Dynamic mechanical loading and growth factors influence chondrogenesis of induced pluripotent mesenchymal progenitor cells in a cartilage-mimetic hydrogel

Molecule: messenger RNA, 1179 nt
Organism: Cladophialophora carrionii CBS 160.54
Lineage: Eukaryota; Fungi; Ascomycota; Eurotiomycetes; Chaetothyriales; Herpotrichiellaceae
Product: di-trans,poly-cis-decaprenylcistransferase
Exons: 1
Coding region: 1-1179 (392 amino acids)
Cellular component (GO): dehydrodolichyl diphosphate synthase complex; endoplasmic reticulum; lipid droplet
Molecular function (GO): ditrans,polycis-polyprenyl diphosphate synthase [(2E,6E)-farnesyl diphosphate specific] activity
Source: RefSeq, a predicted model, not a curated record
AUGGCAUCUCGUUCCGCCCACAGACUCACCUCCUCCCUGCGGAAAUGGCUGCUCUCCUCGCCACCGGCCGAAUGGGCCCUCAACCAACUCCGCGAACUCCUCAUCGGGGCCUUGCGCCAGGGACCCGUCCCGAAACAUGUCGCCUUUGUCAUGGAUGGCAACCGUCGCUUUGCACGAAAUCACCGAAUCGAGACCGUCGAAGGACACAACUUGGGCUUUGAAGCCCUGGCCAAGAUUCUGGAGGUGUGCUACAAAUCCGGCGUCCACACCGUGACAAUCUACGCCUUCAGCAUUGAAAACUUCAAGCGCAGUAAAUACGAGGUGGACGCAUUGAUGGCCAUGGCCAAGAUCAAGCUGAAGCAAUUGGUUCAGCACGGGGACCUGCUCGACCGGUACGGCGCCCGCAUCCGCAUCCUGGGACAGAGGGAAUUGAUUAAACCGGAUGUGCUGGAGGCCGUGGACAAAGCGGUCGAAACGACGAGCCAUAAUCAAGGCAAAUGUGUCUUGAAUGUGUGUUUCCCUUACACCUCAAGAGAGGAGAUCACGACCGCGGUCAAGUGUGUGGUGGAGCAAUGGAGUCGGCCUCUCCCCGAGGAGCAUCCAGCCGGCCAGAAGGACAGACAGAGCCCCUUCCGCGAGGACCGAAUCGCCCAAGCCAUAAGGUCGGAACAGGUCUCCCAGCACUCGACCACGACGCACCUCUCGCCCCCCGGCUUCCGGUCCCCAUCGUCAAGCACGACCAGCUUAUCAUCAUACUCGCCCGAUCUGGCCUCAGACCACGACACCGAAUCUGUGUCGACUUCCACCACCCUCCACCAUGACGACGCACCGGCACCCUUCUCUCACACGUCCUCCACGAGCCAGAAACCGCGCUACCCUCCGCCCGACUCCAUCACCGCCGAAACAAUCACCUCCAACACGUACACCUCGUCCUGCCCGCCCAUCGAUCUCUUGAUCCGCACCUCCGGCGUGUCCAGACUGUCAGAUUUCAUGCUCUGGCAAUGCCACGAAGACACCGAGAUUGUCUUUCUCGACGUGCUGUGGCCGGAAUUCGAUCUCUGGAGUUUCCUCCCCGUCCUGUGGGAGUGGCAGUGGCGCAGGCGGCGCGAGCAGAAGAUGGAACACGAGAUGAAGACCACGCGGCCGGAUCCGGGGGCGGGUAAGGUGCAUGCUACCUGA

Human induced pluripotent stem cells (iPSCs) have emerged as a promising alternative to bone-marrow derived mesenchymal stem/stromal cells for cartilage tissue engineering. However, the effect of biochemical and mechanical cues on iPSC chondrogenesis remains understudied. This study evaluated chondrogenesis of induced pluripotent mesenchymal progenitor cells (iPS-MPs) encapsulated in a cartilage-mimetic hydrogel under different culture conditions: free swelling versus dynamic compressive loading and different growth factors (TGFβ3 and/or BMP2). Human iPSCs were differentiated into iPS-MPs and chondrogenesis was evaluated by gene expression (qPCR) and protein expression (immunohistochemistry) after three weeks. In pellet culture, both TGFβ3 and BMP2 were required to promote chondrogenesis. However, the hydrogel in growth factor-free conditions promoted chondrogenesis, but rapidly progressed to hypertrophy. Dynamic loading in growth factor-free conditions supported chondrogenesis, but delayed the transition to hypertrophy. Findings were similar with TGFβ3, BMP2, and TGFβ3+BMP2. Dynamic loading with TGFβ3, regardless of BMP2, was the only condition that promoted a stable chondrogenic phenotype (aggrecan+collagen II) accompanied by collagen X down-regulation. Positive TGFβRI expression with load-enhanced Smad2/3 signaling and low SMAD1/5/8 signaling was observed. In summary, this study reports a promising cartilage-mimetic hydrogel for iPS-MPs that when combined with appropriate biochemical and mechanical cues induces a stable chondrogenic phenotype.